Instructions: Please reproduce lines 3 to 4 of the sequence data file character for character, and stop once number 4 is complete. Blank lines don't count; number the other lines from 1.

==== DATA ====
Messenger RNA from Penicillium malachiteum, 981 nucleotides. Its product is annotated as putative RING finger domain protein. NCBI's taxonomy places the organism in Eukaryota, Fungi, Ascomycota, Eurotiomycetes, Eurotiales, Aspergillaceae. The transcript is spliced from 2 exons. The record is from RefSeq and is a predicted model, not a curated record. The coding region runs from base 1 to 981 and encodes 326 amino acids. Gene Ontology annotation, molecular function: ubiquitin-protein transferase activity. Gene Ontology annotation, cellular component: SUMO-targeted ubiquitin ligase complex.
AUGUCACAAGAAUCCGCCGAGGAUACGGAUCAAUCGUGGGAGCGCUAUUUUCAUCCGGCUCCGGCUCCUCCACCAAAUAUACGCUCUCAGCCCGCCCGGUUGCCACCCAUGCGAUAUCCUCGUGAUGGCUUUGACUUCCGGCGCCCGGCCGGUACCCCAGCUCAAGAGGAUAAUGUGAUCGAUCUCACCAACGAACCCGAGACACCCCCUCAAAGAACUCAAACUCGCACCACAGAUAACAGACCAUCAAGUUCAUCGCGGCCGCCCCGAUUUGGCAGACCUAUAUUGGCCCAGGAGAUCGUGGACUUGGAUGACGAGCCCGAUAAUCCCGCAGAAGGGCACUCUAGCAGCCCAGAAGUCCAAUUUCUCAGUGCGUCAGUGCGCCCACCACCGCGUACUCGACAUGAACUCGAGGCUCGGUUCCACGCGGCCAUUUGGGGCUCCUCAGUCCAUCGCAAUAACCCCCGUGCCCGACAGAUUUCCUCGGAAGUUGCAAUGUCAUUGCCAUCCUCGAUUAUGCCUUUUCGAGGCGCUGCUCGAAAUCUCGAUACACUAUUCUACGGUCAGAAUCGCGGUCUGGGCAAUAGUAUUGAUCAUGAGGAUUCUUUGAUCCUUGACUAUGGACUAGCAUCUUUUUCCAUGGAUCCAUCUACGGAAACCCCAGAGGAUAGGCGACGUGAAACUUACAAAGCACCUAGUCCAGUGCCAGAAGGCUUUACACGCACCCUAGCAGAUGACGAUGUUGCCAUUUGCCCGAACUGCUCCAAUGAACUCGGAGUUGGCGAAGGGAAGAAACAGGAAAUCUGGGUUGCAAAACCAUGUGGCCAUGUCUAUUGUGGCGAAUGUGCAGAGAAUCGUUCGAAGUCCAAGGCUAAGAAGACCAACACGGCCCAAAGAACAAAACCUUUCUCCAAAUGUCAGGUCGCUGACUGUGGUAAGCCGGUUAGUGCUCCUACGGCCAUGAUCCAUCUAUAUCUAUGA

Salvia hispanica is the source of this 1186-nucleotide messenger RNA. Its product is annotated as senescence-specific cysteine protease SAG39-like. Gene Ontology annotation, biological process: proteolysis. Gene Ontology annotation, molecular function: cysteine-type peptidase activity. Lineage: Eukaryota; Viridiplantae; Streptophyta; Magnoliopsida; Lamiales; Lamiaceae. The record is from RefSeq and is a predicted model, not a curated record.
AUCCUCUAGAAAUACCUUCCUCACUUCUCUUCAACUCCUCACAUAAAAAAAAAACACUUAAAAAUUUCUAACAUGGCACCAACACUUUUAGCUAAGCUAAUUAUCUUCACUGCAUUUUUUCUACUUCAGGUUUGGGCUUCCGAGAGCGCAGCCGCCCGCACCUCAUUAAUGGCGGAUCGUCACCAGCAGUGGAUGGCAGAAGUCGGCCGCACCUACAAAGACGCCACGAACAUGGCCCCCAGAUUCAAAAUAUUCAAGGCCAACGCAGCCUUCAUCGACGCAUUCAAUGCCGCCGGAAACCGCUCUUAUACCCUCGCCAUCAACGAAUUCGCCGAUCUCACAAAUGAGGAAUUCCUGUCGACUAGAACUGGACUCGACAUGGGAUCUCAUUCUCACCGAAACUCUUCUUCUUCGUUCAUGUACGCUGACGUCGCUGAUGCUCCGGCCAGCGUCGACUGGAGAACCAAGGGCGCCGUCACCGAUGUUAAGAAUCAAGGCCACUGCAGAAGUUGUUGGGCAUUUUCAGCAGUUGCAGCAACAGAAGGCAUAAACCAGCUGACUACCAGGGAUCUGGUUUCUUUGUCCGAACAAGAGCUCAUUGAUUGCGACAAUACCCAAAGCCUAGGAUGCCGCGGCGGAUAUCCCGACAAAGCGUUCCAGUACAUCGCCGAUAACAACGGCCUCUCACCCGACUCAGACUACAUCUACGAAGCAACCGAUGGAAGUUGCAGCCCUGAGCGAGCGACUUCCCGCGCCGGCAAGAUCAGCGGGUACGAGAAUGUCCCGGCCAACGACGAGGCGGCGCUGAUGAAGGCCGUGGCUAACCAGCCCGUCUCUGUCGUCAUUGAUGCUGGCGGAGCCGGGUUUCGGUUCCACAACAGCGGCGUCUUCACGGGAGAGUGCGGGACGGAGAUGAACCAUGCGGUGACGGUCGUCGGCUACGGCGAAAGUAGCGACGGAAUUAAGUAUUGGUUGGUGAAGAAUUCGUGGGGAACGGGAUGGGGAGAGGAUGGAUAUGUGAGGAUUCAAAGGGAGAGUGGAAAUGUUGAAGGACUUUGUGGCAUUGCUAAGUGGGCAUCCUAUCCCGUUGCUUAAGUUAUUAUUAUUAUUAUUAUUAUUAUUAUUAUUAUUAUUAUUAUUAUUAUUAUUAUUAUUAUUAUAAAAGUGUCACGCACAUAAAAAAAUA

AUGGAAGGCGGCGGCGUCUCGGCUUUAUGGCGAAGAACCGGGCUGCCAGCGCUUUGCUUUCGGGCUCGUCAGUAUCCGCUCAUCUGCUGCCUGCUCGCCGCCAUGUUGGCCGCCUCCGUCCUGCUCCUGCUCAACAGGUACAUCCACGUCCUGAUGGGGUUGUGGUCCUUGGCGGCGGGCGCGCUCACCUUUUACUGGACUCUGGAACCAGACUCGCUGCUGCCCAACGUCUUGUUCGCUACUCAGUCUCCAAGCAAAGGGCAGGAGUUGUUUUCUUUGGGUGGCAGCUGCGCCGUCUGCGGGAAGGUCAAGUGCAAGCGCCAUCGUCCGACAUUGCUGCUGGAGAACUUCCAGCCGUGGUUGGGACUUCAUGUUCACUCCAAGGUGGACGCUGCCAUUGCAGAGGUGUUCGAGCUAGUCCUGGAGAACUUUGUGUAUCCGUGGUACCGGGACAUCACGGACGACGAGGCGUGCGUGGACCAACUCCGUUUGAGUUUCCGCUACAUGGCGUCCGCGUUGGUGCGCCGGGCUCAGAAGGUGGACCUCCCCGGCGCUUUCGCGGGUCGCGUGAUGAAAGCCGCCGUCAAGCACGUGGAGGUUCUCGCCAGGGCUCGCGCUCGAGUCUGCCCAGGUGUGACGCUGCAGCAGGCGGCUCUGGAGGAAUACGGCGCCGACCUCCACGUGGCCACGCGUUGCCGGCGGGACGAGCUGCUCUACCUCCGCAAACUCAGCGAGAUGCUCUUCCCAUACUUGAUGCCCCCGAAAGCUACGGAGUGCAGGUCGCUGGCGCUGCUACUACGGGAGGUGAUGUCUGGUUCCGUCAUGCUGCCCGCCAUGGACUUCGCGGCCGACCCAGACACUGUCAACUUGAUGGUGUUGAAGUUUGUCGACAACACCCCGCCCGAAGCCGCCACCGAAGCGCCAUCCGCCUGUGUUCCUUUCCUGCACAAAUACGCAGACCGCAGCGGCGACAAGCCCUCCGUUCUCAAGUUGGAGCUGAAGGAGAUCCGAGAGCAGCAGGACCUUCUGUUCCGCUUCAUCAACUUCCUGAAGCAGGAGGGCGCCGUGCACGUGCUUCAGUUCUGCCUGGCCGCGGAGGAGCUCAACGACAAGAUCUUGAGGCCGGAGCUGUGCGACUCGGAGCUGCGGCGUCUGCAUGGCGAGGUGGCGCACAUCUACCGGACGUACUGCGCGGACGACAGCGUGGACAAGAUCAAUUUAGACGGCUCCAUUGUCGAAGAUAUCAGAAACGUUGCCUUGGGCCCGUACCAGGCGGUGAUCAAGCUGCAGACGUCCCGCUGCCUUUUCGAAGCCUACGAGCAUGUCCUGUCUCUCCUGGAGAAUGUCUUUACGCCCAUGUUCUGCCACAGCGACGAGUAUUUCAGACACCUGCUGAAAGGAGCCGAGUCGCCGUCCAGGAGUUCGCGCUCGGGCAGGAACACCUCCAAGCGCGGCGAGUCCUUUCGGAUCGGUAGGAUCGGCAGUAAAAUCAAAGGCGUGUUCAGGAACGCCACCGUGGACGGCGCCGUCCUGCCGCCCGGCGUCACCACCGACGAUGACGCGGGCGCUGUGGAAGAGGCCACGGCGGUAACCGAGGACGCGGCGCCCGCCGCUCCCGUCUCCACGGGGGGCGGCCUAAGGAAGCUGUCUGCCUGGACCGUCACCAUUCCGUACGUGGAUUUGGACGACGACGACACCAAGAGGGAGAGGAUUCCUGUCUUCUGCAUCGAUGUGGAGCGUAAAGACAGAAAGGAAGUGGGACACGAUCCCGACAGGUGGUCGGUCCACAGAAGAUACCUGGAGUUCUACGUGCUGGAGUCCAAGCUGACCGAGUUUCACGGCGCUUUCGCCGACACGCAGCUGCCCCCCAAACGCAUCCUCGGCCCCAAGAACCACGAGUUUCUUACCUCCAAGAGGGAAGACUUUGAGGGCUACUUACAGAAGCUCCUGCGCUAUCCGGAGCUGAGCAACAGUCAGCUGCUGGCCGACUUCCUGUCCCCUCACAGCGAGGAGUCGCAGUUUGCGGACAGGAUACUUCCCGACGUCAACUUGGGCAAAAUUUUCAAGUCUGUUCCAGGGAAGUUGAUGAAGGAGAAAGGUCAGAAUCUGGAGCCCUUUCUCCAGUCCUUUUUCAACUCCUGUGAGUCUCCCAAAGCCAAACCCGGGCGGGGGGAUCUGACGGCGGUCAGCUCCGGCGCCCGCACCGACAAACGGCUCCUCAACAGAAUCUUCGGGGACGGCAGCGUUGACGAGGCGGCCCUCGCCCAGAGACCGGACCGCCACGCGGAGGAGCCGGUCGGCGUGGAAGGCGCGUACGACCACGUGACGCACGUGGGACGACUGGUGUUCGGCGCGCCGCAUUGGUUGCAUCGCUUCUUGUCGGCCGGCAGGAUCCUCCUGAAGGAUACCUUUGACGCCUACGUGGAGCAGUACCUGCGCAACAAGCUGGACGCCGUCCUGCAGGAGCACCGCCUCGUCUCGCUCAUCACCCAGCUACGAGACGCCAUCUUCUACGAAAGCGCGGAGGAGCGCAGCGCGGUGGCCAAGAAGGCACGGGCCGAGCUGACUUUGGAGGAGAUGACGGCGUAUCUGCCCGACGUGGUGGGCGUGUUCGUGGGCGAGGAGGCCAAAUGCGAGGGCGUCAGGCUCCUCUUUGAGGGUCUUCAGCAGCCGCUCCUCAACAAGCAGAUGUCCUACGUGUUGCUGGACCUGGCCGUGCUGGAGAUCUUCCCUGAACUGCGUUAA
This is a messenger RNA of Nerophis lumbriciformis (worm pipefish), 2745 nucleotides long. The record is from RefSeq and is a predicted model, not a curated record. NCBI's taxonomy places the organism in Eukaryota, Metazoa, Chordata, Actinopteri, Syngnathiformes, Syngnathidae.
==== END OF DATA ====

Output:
Salvia hispanica is the source of this 1186-nucleotide messenger RNA. Its product is annotated as senescence-specific cysteine protease SAG39-like. Gene Ontology annotation, biological process: proteolysis. Gene Ontology annotation, molecular function: cysteine-type peptidase activity. Lineage: Eukaryota; Viridiplantae; Streptophyta; Magnoliopsida; Lamiales; Lamiaceae. The record is from RefSeq and is a predicted model, not a curated record.
AUCCUCUAGAAAUACCUUCCUCACUUCUCUUCAACUCCUCACAUAAAAAAAAAACACUUAAAAAUUUCUAACAUGGCACCAACACUUUUAGCUAAGCUAAUUAUCUUCACUGCAUUUUUUCUACUUCAGGUUUGGGCUUCCGAGAGCGCAGCCGCCCGCACCUCAUUAAUGGCGGAUCGUCACCAGCAGUGGAUGGCAGAAGUCGGCCGCACCUACAAAGACGCCACGAACAUGGCCCCCAGAUUCAAAAUAUUCAAGGCCAACGCAGCCUUCAUCGACGCAUUCAAUGCCGCCGGAAACCGCUCUUAUACCCUCGCCAUCAACGAAUUCGCCGAUCUCACAAAUGAGGAAUUCCUGUCGACUAGAACUGGACUCGACAUGGGAUCUCAUUCUCACCGAAACUCUUCUUCUUCGUUCAUGUACGCUGACGUCGCUGAUGCUCCGGCCAGCGUCGACUGGAGAACCAAGGGCGCCGUCACCGAUGUUAAGAAUCAAGGCCACUGCAGAAGUUGUUGGGCAUUUUCAGCAGUUGCAGCAACAGAAGGCAUAAACCAGCUGACUACCAGGGAUCUGGUUUCUUUGUCCGAACAAGAGCUCAUUGAUUGCGACAAUACCCAAAGCCUAGGAUGCCGCGGCGGAUAUCCCGACAAAGCGUUCCAGUACAUCGCCGAUAACAACGGCCUCUCACCCGACUCAGACUACAUCUACGAAGCAACCGAUGGAAGUUGCAGCCCUGAGCGAGCGACUUCCCGCGCCGGCAAGAUCAGCGGGUACGAGAAUGUCCCGGCCAACGACGAGGCGGCGCUGAUGAAGGCCGUGGCUAACCAGCCCGUCUCUGUCGUCAUUGAUGCUGGCGGAGCCGGGUUUCGGUUCCACAACAGCGGCGUCUUCACGGGAGAGUGCGGGACGGAGAUGAACCAUGCGGUGACGGUCGUCGGCUACGGCGAAAGUAGCGACGGAAUUAAGUAUUGGUUGGUGAAGAAUUCGUGGGGAACGGGAUGGGGAGAGGAUGGAUAUGUGAGGAUUCAAAGGGAGAGUGGAAAUGUUGAAGGACUUUGUGGCAUUGCUAAGUGGGCAUCCUAUCCCGUUGCUUAAGUUAUUAUUAUUAUUAUUAUUAUUAUUAUUAUUAUUAUUAUUAUUAUUAUUAUUAUUAUUAUUAUAAAAGUGUCACGCACAUAAAAAAAUA